Move SharePoint QuickLaunch w/ jQuery

Here’s another SharePoint 2010 UI hack that comes in handy once in a while.  Sometimes, a client will want to move the Quick Launch (the standard SharePoint context navigation control that is displayed in the left column by default).  Assuming that you’ve already loaded the jQuery library, putting the following text in a Content Editor Web Part (CQWP) will cause the Quick Launch to be moved to wherever you put the CQWP:

<div id="ftg-quicklaunch"></div>
<script type="text/javascript">
$("#s4-leftpanel").css({'font-size':'10pt', 'width':'327px', 'margin-right':'0px'});
$("#s4-leftpanel-content").css("width", "100% !important"); 

First you create a DIV with a specific ID to hold the moved QL (I used ftg-quicklaunch, but could be anything) .  Then, the cool part is the .appendTo which grabs the QuickLaunch  (#s4-leftpanel is the container for the Quick Launch) and sticks it into the new DIV.  The rest is just cosmetics!  Pretty cool!


Custom Download Button for Excel Services 2010

Here’s a little Excel Services UI hack …  A client recently wanted to display an Excel spreadsheet in Excel Services 2010 but not show the standard SharePoint page header or web part toolbar.  So far, not a big deal … just a little CSS takes care of the header, and there’s a built-in option to not display the toolbar.  But then they also wanted the ability to download a copy of the spreadsheet.  This is standard SharePoint functionality, but the UI for this lives in the toolbar in the Excel Web Access web part (which we had hidden).   The following is what I came up with:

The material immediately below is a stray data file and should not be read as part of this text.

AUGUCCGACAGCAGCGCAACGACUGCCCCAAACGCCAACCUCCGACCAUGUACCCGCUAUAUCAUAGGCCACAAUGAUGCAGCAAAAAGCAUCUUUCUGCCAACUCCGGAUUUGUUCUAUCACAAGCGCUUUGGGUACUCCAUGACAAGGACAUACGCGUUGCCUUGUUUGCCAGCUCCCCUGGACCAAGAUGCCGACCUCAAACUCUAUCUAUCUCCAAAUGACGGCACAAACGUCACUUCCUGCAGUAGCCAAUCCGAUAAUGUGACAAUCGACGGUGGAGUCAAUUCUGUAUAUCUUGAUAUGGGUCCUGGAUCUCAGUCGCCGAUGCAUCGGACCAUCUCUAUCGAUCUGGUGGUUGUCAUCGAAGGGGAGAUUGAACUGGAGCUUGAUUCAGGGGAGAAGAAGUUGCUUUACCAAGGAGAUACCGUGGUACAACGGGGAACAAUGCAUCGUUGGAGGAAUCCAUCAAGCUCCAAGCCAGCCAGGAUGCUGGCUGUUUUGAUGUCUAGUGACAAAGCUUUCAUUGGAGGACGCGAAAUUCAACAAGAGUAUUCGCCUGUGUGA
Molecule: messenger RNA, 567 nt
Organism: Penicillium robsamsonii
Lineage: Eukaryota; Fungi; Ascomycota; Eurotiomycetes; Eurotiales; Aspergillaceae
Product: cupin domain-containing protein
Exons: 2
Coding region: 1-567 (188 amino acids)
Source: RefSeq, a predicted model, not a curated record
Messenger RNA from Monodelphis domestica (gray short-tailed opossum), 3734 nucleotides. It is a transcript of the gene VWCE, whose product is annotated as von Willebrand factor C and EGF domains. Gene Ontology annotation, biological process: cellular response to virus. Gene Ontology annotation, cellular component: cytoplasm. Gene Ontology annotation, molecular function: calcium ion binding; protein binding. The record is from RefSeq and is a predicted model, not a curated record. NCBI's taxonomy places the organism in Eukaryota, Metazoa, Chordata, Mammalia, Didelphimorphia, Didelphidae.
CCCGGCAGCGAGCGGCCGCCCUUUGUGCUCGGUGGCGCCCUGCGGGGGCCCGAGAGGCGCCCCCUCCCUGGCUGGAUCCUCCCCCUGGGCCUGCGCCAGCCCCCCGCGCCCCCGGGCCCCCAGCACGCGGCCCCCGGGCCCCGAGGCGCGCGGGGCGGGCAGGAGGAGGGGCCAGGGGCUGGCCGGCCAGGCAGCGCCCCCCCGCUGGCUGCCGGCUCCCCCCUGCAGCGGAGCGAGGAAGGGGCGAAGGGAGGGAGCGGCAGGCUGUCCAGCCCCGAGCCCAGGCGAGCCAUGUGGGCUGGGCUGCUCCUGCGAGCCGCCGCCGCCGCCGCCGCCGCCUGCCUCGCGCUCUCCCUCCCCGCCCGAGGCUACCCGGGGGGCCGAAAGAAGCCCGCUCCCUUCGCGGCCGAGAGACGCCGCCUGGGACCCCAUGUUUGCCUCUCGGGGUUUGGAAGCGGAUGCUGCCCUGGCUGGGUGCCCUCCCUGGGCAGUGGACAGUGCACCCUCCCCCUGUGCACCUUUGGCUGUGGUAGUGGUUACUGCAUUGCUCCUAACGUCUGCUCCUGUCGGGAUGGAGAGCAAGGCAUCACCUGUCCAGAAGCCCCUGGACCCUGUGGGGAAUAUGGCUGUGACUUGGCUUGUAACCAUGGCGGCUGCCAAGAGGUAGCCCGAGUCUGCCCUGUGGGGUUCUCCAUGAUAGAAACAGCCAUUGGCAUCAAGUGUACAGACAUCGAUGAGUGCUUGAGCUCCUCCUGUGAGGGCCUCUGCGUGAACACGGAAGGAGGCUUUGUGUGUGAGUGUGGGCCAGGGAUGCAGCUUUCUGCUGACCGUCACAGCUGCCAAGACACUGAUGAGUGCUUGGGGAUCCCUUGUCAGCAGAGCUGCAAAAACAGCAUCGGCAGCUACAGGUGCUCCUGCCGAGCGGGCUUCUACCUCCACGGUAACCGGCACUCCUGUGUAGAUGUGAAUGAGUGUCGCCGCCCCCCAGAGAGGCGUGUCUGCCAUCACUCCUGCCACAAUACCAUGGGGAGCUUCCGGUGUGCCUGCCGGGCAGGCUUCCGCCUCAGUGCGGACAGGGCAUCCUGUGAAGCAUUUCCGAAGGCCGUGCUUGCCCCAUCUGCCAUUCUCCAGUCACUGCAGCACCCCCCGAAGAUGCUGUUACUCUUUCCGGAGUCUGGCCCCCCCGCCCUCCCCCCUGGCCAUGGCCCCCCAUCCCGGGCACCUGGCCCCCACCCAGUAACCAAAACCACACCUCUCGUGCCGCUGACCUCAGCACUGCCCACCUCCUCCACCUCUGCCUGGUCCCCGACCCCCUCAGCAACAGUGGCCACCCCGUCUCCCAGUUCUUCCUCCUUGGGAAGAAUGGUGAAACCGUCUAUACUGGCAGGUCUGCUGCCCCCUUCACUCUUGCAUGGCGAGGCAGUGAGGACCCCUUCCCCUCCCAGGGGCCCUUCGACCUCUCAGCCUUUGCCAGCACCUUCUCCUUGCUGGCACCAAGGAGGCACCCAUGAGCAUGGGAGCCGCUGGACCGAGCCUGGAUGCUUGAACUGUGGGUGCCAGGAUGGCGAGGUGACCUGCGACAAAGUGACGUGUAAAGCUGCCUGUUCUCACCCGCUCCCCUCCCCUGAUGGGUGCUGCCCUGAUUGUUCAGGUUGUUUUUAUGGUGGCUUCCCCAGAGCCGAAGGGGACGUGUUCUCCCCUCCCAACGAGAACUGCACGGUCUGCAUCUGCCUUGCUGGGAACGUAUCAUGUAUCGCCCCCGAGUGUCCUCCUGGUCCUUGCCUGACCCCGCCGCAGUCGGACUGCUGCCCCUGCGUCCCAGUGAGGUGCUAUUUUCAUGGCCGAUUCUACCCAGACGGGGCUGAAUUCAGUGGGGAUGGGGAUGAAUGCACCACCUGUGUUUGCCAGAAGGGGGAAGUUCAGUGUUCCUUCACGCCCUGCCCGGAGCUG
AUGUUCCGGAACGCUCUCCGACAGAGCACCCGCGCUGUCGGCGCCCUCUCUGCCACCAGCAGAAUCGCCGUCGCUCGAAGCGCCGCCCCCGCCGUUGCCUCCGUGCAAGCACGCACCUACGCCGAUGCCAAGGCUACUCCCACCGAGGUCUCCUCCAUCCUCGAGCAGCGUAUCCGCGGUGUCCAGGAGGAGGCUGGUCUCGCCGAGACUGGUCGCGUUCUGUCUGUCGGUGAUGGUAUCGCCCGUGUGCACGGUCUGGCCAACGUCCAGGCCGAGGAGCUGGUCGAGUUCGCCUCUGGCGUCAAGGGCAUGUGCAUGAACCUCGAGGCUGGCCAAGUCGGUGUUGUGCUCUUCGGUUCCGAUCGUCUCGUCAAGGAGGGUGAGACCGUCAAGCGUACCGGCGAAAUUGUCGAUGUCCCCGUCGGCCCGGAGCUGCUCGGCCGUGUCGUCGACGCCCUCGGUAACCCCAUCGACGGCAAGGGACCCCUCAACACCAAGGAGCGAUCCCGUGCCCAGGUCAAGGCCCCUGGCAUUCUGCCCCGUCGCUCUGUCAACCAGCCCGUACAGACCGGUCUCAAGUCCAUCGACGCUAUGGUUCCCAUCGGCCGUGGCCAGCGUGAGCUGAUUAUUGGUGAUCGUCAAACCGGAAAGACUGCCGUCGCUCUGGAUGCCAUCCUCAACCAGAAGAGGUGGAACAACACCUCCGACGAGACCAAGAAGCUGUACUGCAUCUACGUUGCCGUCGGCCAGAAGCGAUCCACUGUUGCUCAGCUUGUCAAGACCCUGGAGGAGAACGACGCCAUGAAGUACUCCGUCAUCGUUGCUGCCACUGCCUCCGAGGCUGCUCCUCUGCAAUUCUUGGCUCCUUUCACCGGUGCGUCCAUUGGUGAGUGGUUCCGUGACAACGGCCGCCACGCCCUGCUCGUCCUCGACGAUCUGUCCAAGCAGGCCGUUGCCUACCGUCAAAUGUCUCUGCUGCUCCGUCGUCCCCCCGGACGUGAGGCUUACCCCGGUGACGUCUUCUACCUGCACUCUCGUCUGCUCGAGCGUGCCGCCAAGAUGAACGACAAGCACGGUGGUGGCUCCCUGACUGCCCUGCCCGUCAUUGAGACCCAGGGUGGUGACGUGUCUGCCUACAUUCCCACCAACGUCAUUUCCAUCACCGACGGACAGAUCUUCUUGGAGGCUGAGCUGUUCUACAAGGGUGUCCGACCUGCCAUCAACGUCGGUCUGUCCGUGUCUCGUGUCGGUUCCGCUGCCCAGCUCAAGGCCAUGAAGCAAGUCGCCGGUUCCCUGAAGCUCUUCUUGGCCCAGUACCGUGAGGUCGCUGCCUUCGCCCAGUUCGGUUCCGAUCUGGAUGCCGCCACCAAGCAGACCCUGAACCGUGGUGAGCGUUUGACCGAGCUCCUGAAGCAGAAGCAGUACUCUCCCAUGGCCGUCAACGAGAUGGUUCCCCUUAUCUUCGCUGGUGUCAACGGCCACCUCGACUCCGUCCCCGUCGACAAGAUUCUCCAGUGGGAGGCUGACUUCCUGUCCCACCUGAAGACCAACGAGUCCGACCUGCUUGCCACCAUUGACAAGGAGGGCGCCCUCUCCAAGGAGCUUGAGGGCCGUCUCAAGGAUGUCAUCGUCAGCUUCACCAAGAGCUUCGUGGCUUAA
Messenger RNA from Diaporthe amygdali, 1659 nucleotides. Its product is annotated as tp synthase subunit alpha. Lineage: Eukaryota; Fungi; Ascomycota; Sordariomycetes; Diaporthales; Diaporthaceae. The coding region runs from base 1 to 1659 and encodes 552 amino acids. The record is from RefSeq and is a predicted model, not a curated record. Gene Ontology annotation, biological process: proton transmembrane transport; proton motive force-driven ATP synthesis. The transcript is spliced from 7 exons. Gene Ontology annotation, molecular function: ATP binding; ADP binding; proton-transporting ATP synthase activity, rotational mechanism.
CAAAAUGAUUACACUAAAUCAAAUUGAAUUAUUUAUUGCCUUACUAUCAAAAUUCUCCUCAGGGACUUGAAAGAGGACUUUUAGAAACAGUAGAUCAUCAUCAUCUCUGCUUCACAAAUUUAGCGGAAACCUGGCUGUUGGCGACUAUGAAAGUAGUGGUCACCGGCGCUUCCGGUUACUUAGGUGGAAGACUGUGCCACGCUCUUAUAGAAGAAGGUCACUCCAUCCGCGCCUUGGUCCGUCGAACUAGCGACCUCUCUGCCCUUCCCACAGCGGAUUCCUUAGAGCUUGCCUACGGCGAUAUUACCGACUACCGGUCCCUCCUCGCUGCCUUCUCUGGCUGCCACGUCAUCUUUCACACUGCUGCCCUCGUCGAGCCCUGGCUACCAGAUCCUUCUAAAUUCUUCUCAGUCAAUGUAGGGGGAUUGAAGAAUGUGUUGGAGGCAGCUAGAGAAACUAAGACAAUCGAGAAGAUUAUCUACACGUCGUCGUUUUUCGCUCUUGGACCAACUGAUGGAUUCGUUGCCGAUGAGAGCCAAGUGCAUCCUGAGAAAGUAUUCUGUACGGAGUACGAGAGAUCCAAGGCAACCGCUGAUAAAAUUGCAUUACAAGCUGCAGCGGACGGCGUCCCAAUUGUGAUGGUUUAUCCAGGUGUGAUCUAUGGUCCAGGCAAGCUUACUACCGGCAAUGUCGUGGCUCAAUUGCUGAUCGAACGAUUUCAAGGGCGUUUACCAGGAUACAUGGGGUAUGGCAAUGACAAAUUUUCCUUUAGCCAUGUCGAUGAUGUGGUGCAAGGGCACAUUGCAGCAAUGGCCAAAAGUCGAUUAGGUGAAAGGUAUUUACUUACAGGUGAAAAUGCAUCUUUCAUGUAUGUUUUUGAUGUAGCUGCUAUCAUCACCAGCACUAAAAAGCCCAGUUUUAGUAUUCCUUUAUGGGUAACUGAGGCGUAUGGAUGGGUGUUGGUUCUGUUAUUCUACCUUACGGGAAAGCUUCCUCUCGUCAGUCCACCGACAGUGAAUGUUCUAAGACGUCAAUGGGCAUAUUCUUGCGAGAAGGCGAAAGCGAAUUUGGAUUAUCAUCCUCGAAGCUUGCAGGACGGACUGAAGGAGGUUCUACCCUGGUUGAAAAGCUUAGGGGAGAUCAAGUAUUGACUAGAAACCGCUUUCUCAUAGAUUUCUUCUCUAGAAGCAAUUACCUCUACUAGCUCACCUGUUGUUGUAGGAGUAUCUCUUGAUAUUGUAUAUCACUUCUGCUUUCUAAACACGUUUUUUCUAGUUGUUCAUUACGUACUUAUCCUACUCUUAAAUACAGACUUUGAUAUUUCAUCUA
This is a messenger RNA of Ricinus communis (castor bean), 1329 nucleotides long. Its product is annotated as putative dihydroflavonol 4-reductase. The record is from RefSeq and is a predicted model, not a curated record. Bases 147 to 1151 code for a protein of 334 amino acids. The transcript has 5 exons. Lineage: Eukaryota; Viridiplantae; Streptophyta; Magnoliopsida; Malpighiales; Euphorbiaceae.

<script src=""></script>

<style> .ewaboot_toolbarBG {display:none;} #linkExportExcel, #linkExportExcel:visited {font-family:Trebuchet MS; font-size:10pt; color:white;} </style>

<table id=”ExportButton” style=”background:#ccc; height:20px; width:150px; align:center;”> <tr> <td style=”text-align:center”> <a href=”#” id=”linkExportExcel” title=”Export To Excel”>Export to Excel</a> </td> </tr> </table>

<script type=”text/javascript”>

$(document).ready(function(){ var linkLoc = $(“ie\\:menuitem[id$=’DownloadSnapshot’]”).attr(‘onMenuClick’); $(‘a#linkExportExcel’).click(function(){ eval(linkLoc); });

$(‘#ExportButton’).parent(‘div’).css(“float”,”right”); });


The above creates a table that is styled to look like a button and wires the download function to the onclick event.   jQuery is used to find the URL to the script that SharePoint uses to do the download.   The key part is the eval which causes the function to be executed when the button is clicked.